Opinion: Finding hope, a way forward amidst the epidemic of violence

A New Hampshire State Trooper holds a candle during the vigil ceremony on Monday evening for former Franklin Police chief Bradley Haas who was killed at the New Hampshire State Hospital.

A New Hampshire State Trooper holds a candle during the vigil ceremony on Monday evening for former Franklin Police chief Bradley Haas who was killed at the New Hampshire State Hospital. Monitor file


Published: 01-27-2024 7:00 AM

Cynthia Whitaker, PsyD, is President & CEO at Greater Nashua Mental Health. She lives in Weare.

When I first sat down to write this commentary in the wake of the Lewiston shootings in October, I never imagined that soon after there would be a shooting even closer to home and within our New Hampshire mental health system. The tragic loss of Officer Bradley Haas at NH Hospital grieves all of us in the mental health community and was a harsh reminder that there is no place in our country that can escape the reality of the epidemic of violence.

After similar incidents across the country, there were reactionary discussions about what we should as a nation do. Many people rush to judgment about mental illness or access to firearms and blame our legislators for not doing more; sadly, our community has been no different. I encourage us to choose a different path forward following the lead of Drs. Jillian Peterson and James Densley, who run The Violence Project. The Violence Project is a nonprofit, nonpartisan research center that is home to the first comprehensive database on mass shootings. Their work urges us all to consider the data, develop conclusions, and take actions based on facts rather than opinions.

One of the facts that mental health experts and advocates have known for some time is that there is no causal relationship between mental illness and violence. In fact, overall, people with mental illness are far more likely to be victims than perpetrators of violence. Based on their research, Peterson and Densley conclude that “the mental health of mass shooters is complicated.”

It is complicated because when people think about mental illness, they often think about symptoms related to altered sensory experiences, such as hearing voices or seeing visions. Yet only around 30% of mass shooters experience these types of psychotic symptoms, and those symptoms only played a major role in the violence in about 10% of cases.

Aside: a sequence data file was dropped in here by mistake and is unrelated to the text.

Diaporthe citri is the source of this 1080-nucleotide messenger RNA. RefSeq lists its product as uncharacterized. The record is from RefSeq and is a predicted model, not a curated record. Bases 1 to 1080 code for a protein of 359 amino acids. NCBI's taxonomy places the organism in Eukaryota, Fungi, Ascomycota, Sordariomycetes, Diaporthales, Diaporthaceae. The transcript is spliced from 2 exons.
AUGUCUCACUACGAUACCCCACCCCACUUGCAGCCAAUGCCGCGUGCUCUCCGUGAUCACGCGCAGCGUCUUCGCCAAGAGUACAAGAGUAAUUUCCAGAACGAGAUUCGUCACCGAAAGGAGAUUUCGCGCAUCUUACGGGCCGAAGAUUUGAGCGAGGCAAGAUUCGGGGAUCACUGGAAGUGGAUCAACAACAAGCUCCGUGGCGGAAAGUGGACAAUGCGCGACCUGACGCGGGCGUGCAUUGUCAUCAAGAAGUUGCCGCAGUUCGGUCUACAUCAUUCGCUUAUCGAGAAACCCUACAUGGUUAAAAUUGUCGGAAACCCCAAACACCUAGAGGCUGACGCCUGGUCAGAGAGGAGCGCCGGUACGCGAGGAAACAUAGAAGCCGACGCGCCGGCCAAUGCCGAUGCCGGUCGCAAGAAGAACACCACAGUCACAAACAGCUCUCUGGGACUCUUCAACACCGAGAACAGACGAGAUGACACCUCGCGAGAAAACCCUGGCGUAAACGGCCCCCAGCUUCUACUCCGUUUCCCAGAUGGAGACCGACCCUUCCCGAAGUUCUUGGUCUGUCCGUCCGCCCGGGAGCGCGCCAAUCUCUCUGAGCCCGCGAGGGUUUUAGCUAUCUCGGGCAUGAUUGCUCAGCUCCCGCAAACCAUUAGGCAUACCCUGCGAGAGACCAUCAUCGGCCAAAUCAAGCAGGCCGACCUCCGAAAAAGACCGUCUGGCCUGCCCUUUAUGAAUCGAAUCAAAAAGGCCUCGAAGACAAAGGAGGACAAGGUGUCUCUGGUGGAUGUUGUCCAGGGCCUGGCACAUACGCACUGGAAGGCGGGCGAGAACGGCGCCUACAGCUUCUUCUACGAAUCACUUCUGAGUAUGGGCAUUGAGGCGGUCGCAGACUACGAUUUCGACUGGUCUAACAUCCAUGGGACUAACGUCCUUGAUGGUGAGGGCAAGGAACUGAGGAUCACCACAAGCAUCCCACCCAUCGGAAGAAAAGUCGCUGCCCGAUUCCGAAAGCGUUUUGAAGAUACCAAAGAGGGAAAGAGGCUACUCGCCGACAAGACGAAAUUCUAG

In my opinion, it is important to remember that ‘mental health’ refers to so much more than people who live with a diagnosable mental illness. We all have mental health that is impacted by trauma and isolation, and we can all become overwhelmed with emotions and experience suicidal thoughts. As Peterson and Densley note, “If a mass shooter has a mental health diagnosis, this doesn’t mean that their every action is related to that diagnosis or that their symptoms caused them to pull the trigger. All we can say with some degree of certainty is that no one living a fulfilled life perpetrates a mass shooting.”

In today’s world, there are many contributing factors to an unfulfilled life. But there is also hope and multiple pathways to stopping the epidemic of violence when our actions are based on facts. As individuals and communities, there are many actions that we can take.

■We can build relationships with and support enriching programs for young people.

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■We can hold one another accountable to limit the notoriety given to perpetrators.

■We can invest in public health campaigns for suicide prevention and safe social media usage.

■We can universally screen for trauma and provide unwavering compassion and support to all people, because we never know who has lived through a traumatic experience.

■We can promote social justice within our institutions and programs.

■We can review the facts about violence with firearms and reconsider our laws related to background checks, waiting periods, and assault rifles.

■We can train ourselves to speak up and create anonymous reporting systems.

■We can create environments that are welcoming to all so no one feels alone and isolated.

■We can combat stigma about mental illness and ensure that all people have access to support during a mental health crisis in which they feel overwhelmed or suicidal.

Anger, hate, and blame will never be the key to the positive changes we want to see in our world. To end the epidemic of violence, we must choose compassion, support, and empowerment of people to build fulfilling lives. We must work together to take action based on facts and to find hope for our future.